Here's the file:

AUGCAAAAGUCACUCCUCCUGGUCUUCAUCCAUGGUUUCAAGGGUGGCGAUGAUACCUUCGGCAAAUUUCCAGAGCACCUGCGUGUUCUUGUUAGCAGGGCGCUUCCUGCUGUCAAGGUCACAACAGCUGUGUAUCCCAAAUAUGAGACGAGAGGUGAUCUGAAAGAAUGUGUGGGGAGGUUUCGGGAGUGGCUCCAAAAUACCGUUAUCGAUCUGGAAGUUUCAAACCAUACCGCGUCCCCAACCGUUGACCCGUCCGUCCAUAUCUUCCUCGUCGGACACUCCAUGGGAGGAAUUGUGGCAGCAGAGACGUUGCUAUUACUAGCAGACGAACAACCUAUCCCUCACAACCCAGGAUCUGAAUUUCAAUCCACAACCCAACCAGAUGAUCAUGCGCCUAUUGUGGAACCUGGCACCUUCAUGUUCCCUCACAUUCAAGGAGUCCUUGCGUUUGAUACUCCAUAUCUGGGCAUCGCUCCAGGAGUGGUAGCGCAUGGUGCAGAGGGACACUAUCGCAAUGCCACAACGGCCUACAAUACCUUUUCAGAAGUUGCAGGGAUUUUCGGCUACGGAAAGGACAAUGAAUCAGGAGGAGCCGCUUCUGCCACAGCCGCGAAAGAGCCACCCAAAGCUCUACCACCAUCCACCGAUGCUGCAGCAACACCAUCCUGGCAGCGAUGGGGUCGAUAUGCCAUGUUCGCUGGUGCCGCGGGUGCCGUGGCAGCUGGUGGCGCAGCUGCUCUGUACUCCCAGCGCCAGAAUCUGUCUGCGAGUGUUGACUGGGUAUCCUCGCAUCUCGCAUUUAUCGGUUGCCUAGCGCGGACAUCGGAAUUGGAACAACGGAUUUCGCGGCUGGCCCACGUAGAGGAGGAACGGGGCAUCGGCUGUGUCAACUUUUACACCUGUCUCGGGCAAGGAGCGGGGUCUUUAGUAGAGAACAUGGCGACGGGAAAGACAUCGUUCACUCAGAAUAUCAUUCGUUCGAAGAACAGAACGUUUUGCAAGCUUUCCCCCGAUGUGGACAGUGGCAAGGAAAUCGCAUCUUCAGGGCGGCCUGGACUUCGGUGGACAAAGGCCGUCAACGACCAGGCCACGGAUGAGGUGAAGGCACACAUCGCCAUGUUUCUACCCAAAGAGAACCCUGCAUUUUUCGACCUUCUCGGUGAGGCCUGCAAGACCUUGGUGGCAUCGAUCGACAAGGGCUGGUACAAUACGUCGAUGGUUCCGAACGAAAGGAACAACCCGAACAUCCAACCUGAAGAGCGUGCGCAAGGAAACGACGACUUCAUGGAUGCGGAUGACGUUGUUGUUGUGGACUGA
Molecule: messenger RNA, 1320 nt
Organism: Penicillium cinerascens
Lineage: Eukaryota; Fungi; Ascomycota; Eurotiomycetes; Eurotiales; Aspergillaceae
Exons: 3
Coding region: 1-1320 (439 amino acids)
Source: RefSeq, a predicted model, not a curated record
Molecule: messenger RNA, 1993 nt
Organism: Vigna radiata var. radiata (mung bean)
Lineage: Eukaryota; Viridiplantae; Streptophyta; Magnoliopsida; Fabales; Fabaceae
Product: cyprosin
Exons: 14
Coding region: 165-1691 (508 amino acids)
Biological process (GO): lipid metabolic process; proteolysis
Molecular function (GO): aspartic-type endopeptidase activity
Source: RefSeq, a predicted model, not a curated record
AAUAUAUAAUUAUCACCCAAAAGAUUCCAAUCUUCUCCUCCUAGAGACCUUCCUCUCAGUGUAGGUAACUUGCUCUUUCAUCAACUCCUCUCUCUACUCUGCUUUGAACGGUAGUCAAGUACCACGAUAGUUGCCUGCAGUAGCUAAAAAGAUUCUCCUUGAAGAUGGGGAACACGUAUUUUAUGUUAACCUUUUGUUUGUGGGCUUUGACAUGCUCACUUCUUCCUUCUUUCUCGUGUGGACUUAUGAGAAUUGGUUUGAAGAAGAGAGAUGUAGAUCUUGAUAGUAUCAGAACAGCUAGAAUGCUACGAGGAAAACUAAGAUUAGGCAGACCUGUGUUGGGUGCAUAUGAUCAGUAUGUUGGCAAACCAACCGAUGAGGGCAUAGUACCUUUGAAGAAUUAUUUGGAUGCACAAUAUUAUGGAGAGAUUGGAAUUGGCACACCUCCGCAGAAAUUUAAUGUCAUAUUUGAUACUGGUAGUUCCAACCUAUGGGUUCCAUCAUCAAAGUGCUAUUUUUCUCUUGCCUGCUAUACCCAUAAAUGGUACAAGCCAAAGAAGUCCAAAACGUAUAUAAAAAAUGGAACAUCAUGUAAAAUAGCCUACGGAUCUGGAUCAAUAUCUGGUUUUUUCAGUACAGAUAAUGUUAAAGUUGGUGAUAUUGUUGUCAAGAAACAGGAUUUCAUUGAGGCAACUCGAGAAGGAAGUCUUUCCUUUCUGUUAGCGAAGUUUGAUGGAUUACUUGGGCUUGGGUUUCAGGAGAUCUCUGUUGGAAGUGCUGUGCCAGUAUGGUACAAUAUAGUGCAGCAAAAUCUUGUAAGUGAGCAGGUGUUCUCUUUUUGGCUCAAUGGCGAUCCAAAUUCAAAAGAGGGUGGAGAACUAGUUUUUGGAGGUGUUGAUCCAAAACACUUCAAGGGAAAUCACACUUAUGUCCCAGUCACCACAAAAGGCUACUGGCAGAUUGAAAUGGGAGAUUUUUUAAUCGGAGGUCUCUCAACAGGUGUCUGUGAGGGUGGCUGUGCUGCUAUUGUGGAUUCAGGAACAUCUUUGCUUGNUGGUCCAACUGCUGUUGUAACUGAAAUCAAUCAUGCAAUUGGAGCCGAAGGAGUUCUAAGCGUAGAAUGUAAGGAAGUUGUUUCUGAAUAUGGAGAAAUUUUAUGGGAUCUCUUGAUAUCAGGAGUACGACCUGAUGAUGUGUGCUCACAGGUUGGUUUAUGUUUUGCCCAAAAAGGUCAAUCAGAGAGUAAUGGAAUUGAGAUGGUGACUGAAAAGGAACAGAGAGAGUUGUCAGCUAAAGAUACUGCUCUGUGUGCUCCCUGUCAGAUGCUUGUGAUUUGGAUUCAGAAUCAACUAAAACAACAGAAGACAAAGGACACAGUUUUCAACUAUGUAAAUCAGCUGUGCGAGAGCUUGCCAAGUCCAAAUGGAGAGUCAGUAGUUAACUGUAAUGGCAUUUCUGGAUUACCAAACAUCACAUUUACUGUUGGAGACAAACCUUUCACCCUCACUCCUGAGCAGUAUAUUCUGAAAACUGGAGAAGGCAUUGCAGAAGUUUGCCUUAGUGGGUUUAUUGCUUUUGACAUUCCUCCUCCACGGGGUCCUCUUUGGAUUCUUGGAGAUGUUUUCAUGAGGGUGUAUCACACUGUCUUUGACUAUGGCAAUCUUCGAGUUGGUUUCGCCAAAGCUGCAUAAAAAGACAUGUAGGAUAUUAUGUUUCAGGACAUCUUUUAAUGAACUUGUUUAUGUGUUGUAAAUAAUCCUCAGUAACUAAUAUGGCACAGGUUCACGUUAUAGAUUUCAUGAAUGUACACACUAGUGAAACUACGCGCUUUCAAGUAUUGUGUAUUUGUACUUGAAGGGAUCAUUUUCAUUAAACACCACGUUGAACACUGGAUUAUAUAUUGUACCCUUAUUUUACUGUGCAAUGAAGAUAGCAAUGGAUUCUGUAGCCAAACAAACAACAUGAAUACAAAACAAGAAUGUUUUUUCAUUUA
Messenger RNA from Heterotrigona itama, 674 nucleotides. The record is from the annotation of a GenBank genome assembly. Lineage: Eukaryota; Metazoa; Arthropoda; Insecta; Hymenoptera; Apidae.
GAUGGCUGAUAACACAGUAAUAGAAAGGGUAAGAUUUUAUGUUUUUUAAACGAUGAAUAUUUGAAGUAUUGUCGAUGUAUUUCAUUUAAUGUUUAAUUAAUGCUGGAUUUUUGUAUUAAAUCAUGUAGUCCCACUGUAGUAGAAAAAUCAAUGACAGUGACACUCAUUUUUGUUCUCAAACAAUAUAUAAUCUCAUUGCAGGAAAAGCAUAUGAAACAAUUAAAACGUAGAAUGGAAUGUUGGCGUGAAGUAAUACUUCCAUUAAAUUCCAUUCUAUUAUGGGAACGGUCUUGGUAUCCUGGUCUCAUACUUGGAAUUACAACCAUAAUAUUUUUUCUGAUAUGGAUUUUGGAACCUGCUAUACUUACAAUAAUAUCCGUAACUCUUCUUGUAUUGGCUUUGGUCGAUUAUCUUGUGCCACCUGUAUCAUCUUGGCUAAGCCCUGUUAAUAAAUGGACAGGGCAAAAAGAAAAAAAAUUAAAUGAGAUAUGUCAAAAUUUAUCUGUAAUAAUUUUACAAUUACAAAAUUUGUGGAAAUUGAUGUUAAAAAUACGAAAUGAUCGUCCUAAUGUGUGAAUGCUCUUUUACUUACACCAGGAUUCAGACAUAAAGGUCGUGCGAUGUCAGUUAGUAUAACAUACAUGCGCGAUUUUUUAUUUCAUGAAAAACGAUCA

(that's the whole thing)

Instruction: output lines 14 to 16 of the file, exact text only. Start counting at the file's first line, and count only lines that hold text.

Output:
Biological process (GO): lipid metabolic process; proteolysis
Molecular function (GO): aspartic-type endopeptidase activity
Source: RefSeq, a predicted model, not a curated record